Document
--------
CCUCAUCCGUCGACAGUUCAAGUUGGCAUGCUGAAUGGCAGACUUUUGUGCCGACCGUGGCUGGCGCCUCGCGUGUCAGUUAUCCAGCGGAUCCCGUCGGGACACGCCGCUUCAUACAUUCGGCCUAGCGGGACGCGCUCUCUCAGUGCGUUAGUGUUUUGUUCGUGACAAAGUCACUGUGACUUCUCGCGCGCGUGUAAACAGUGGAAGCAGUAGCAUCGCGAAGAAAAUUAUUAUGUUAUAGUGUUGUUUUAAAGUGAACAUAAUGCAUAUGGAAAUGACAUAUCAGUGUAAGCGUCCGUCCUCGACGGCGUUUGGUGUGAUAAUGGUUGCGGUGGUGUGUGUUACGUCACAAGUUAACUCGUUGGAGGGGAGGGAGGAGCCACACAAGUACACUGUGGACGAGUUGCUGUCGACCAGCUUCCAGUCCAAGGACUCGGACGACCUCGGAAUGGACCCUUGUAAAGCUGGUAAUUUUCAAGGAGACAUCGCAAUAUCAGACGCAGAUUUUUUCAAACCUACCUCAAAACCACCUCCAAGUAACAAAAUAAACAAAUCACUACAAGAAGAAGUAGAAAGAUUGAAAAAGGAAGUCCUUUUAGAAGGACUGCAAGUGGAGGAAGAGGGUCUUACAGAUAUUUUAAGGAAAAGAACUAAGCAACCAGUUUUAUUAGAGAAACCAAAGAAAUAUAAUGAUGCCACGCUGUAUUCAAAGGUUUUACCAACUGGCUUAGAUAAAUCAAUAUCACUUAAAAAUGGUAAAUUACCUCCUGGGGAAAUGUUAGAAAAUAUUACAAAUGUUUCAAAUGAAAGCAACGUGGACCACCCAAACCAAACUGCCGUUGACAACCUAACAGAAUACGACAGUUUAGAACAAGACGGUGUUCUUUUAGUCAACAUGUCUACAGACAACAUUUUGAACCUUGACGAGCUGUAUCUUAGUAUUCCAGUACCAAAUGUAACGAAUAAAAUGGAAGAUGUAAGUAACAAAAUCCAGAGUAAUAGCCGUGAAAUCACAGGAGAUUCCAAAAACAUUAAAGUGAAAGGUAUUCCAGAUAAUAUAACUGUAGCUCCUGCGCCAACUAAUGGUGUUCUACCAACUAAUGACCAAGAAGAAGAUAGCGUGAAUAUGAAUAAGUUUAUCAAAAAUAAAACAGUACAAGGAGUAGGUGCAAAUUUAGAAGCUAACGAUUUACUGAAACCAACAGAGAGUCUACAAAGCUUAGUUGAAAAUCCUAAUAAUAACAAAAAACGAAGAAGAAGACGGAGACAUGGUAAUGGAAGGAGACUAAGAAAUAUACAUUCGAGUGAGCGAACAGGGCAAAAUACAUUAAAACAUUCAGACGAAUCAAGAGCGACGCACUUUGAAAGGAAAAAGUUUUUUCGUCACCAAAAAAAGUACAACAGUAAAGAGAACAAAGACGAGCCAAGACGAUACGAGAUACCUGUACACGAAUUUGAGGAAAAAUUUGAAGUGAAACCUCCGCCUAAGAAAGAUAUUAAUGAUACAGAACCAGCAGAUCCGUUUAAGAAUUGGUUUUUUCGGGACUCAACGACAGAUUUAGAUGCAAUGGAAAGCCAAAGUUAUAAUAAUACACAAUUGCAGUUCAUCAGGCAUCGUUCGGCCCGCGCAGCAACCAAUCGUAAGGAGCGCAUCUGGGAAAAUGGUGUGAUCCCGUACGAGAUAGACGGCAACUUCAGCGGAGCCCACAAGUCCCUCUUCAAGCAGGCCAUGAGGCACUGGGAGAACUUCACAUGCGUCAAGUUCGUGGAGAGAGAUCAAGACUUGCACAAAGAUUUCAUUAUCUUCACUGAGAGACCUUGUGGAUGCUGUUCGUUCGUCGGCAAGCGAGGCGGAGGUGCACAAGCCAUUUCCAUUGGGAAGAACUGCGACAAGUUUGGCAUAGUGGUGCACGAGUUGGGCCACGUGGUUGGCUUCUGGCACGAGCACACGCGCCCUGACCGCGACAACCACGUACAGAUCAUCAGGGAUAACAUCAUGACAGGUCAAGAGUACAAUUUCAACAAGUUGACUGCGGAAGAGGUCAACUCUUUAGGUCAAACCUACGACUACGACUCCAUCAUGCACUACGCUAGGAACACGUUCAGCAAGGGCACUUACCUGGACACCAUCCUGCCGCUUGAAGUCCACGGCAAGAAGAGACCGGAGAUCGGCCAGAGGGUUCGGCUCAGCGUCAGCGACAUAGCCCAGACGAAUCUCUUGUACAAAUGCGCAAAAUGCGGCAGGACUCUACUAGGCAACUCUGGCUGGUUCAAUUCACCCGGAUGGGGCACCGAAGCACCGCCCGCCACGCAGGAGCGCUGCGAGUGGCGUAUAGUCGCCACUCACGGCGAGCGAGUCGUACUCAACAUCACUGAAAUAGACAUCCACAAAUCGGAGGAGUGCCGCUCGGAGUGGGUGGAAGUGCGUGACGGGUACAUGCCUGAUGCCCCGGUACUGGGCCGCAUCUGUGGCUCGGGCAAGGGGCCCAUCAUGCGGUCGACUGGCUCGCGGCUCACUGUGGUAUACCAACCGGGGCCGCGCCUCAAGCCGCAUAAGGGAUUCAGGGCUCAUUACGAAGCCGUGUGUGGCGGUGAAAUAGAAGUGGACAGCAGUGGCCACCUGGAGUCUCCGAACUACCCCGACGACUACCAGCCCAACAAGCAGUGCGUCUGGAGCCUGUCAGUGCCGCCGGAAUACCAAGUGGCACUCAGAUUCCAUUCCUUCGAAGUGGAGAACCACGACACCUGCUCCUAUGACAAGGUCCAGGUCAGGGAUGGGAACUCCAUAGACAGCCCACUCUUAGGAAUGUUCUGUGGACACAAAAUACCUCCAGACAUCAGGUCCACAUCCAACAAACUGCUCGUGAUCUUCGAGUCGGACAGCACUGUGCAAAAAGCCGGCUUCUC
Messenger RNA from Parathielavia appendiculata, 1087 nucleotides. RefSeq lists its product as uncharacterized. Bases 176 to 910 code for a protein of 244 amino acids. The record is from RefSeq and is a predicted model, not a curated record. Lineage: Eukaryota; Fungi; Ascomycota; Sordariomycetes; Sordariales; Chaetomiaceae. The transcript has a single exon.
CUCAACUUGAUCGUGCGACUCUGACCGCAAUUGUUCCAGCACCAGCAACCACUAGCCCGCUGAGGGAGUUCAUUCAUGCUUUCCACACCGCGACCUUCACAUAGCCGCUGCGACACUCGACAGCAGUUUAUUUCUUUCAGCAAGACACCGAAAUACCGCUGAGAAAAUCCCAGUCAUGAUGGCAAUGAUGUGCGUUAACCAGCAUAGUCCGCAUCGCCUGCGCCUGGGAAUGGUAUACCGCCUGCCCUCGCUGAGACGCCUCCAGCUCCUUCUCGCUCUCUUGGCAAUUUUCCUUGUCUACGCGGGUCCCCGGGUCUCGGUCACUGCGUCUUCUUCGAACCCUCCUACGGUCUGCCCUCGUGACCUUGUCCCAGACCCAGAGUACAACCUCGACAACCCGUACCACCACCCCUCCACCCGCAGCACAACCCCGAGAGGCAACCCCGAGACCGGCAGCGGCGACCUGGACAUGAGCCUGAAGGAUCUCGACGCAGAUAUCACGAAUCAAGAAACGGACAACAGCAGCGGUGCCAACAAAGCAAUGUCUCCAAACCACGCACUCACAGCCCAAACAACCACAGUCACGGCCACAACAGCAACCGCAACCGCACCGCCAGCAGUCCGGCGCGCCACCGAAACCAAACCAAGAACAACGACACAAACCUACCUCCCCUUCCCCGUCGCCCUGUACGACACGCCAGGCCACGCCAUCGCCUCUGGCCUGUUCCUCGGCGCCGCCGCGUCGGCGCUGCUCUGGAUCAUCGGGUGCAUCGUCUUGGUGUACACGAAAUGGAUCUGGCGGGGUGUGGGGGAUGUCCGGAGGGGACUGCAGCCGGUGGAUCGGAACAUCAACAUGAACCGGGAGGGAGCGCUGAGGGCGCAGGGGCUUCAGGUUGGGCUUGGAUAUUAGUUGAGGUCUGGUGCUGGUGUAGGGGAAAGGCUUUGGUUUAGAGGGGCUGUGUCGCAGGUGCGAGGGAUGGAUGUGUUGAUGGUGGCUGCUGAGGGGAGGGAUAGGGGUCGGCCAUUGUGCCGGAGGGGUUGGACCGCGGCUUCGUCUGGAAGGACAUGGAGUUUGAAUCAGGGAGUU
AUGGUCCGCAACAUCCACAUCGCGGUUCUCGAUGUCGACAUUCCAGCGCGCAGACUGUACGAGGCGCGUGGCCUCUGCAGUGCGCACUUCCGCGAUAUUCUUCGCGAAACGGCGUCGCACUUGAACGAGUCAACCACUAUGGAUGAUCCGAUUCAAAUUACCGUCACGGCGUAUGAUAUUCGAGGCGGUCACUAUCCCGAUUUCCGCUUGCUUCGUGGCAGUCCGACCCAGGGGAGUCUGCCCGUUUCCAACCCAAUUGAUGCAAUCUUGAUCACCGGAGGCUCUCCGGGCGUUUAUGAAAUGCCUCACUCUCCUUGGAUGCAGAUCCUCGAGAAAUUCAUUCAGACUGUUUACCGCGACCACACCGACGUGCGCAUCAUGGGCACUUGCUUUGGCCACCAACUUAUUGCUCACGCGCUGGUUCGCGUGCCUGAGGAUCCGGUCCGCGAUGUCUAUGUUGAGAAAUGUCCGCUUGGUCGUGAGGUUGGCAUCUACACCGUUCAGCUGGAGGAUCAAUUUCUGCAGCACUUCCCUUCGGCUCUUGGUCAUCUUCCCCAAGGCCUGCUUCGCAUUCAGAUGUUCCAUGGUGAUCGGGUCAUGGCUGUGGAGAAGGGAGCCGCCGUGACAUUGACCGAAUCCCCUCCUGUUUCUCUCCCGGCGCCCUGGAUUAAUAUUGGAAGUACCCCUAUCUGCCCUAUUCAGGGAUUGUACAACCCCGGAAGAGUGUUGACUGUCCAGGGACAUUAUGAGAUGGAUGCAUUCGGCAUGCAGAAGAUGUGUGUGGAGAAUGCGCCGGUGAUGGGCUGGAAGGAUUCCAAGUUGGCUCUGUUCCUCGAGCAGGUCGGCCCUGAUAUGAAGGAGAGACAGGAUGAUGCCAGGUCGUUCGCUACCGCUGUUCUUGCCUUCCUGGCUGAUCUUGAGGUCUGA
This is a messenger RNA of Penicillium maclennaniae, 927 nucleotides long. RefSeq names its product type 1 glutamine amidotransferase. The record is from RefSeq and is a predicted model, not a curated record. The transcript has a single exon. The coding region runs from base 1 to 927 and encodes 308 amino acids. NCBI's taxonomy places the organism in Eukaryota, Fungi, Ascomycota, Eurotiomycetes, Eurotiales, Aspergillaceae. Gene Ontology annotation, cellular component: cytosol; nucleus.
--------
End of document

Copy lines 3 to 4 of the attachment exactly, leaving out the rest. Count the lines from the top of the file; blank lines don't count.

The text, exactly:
CUCAACUUGAUCGUGCGACUCUGACCGCAAUUGUUCCAGCACCAGCAACCACUAGCCCGCUGAGGGAGUUCAUUCAUGCUUUCCACACCGCGACCUUCACAUAGCCGCUGCGACACUCGACAGCAGUUUAUUUCUUUCAGCAAGACACCGAAAUACCGCUGAGAAAAUCCCAGUCAUGAUGGCAAUGAUGUGCGUUAACCAGCAUAGUCCGCAUCGCCUGCGCCUGGGAAUGGUAUACCGCCUGCCCUCGCUGAGACGCCUCCAGCUCCUUCUCGCUCUCUUGGCAAUUUUCCUUGUCUACGCGGGUCCCCGGGUCUCGGUCACUGCGUCUUCUUCGAACCCUCCUACGGUCUGCCCUCGUGACCUUGUCCCAGACCCAGAGUACAACCUCGACAACCCGUACCACCACCCCUCCACCCGCAGCACAACCCCGAGAGGCAACCCCGAGACCGGCAGCGGCGACCUGGACAUGAGCCUGAAGGAUCUCGACGCAGAUAUCACGAAUCAAGAAACGGACAACAGCAGCGGUGCCAACAAAGCAAUGUCUCCAAACCACGCACUCACAGCCCAAACAACCACAGUCACGGCCACAACAGCAACCGCAACCGCACCGCCAGCAGUCCGGCGCGCCACCGAAACCAAACCAAGAACAACGACACAAACCUACCUCCCCUUCCCCGUCGCCCUGUACGACACGCCAGGCCACGCCAUCGCCUCUGGCCUGUUCCUCGGCGCCGCCGCGUCGGCGCUGCUCUGGAUCAUCGGGUGCAUCGUCUUGGUGUACACGAAAUGGAUCUGGCGGGGUGUGGGGGAUGUCCGGAGGGGACUGCAGCCGGUGGAUCGGAACAUCAACAUGAACCGGGAGGGAGCGCUGAGGGCGCAGGGGCUUCAGGUUGGGCUUGGAUAUUAGUUGAGGUCUGGUGCUGGUGUAGGGGAAAGGCUUUGGUUUAGAGGGGCUGUGUCGCAGGUGCGAGGGAUGGAUGUGUUGAUGGUGGCUGCUGAGGGGAGGGAUAGGGGUCGGCCAUUGUGCCGGAGGGGUUGGACCGCGGCUUCGUCUGGAAGGACAUGGAGUUUGAAUCAGGGAGUU
AUGGUCCGCAACAUCCACAUCGCGGUUCUCGAUGUCGACAUUCCAGCGCGCAGACUGUACGAGGCGCGUGGCCUCUGCAGUGCGCACUUCCGCGAUAUUCUUCGCGAAACGGCGUCGCACUUGAACGAGUCAACCACUAUGGAUGAUCCGAUUCAAAUUACCGUCACGGCGUAUGAUAUUCGAGGCGGUCACUAUCCCGAUUUCCGCUUGCUUCGUGGCAGUCCGACCCAGGGGAGUCUGCCCGUUUCCAACCCAAUUGAUGCAAUCUUGAUCACCGGAGGCUCUCCGGGCGUUUAUGAAAUGCCUCACUCUCCUUGGAUGCAGAUCCUCGAGAAAUUCAUUCAGACUGUUUACCGCGACCACACCGACGUGCGCAUCAUGGGCACUUGCUUUGGCCACCAACUUAUUGCUCACGCGCUGGUUCGCGUGCCUGAGGAUCCGGUCCGCGAUGUCUAUGUUGAGAAAUGUCCGCUUGGUCGUGAGGUUGGCAUCUACACCGUUCAGCUGGAGGAUCAAUUUCUGCAGCACUUCCCUUCGGCUCUUGGUCAUCUUCCCCAAGGCCUGCUUCGCAUUCAGAUGUUCCAUGGUGAUCGGGUCAUGGCUGUGGAGAAGGGAGCCGCCGUGACAUUGACCGAAUCCCCUCCUGUUUCUCUCCCGGCGCCCUGGAUUAAUAUUGGAAGUACCCCUAUCUGCCCUAUUCAGGGAUUGUACAACCCCGGAAGAGUGUUGACUGUCCAGGGACAUUAUGAGAUGGAUGCAUUCGGCAUGCAGAAGAUGUGUGUGGAGAAUGCGCCGGUGAUGGGCUGGAAGGAUUCCAAGUUGGCUCUGUUCCUCGAGCAGGUCGGCCCUGAUAUGAAGGAGAGACAGGAUGAUGCCAGGUCGUUCGCUACCGCUGUUCUUGCCUUCCUGGCUGAUCUUGAGGUCUGA